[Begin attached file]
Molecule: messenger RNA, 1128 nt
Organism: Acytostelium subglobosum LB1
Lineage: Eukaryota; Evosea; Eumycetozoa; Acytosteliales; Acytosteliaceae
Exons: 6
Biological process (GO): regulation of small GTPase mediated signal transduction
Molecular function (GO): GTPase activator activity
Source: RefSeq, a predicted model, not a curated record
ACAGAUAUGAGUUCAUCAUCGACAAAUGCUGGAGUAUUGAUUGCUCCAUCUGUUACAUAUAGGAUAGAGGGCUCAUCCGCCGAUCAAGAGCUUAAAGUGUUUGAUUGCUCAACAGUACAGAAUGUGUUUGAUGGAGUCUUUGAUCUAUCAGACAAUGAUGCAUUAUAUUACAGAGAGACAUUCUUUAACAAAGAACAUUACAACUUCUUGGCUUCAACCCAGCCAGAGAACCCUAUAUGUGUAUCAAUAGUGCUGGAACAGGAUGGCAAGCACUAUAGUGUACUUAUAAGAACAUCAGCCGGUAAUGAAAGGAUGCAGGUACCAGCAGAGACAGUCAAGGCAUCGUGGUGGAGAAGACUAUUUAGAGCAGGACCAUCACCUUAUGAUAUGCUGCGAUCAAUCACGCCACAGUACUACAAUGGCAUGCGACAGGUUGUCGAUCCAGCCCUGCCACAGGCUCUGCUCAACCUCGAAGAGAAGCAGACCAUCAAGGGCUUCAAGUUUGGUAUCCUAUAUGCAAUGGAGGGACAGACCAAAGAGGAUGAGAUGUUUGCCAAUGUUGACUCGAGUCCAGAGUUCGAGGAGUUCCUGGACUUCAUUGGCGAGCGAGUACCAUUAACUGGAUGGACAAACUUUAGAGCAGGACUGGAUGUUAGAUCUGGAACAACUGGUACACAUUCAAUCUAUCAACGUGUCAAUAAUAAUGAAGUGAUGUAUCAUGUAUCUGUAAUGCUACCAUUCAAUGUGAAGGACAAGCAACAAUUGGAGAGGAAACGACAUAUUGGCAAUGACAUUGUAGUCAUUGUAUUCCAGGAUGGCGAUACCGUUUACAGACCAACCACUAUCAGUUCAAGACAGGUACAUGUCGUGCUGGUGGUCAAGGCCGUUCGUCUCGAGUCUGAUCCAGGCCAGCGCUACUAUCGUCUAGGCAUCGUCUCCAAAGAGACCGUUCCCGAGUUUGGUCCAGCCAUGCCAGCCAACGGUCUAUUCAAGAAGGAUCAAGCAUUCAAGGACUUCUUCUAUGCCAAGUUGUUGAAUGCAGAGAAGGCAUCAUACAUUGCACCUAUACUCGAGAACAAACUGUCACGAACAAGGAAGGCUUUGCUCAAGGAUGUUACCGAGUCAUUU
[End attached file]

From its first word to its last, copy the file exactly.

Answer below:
Molecule: messenger RNA, 1128 nt
Organism: Acytostelium subglobosum LB1
Lineage: Eukaryota; Evosea; Eumycetozoa; Acytosteliales; Acytosteliaceae
Exons: 6
Biological process (GO): regulation of small GTPase mediated signal transduction
Molecular function (GO): GTPase activator activity
Source: RefSeq, a predicted model, not a curated record
ACAGAUAUGAGUUCAUCAUCGACAAAUGCUGGAGUAUUGAUUGCUCCAUCUGUUACAUAUAGGAUAGAGGGCUCAUCCGCCGAUCAAGAGCUUAAAGUGUUUGAUUGCUCAACAGUACAGAAUGUGUUUGAUGGAGUCUUUGAUCUAUCAGACAAUGAUGCAUUAUAUUACAGAGAGACAUUCUUUAACAAAGAACAUUACAACUUCUUGGCUUCAACCCAGCCAGAGAACCCUAUAUGUGUAUCAAUAGUGCUGGAACAGGAUGGCAAGCACUAUAGUGUACUUAUAAGAACAUCAGCCGGUAAUGAAAGGAUGCAGGUACCAGCAGAGACAGUCAAGGCAUCGUGGUGGAGAAGACUAUUUAGAGCAGGACCAUCACCUUAUGAUAUGCUGCGAUCAAUCACGCCACAGUACUACAAUGGCAUGCGACAGGUUGUCGAUCCAGCCCUGCCACAGGCUCUGCUCAACCUCGAAGAGAAGCAGACCAUCAAGGGCUUCAAGUUUGGUAUCCUAUAUGCAAUGGAGGGACAGACCAAAGAGGAUGAGAUGUUUGCCAAUGUUGACUCGAGUCCAGAGUUCGAGGAGUUCCUGGACUUCAUUGGCGAGCGAGUACCAUUAACUGGAUGGACAAACUUUAGAGCAGGACUGGAUGUUAGAUCUGGAACAACUGGUACACAUUCAAUCUAUCAACGUGUCAAUAAUAAUGAAGUGAUGUAUCAUGUAUCUGUAAUGCUACCAUUCAAUGUGAAGGACAAGCAACAAUUGGAGAGGAAACGACAUAUUGGCAAUGACAUUGUAGUCAUUGUAUUCCAGGAUGGCGAUACCGUUUACAGACCAACCACUAUCAGUUCAAGACAGGUACAUGUCGUGCUGGUGGUCAAGGCCGUUCGUCUCGAGUCUGAUCCAGGCCAGCGCUACUAUCGUCUAGGCAUCGUCUCCAAAGAGACCGUUCCCGAGUUUGGUCCAGCCAUGCCAGCCAACGGUCUAUUCAAGAAGGAUCAAGCAUUCAAGGACUUCUUCUAUGCCAAGUUGUUGAAUGCAGAGAAGGCAUCAUACAUUGCACCUAUACUCGAGAACAAACUGUCACGAACAAGGAAGGCUUUGCUCAAGGAUGUUACCGAGUCAUUU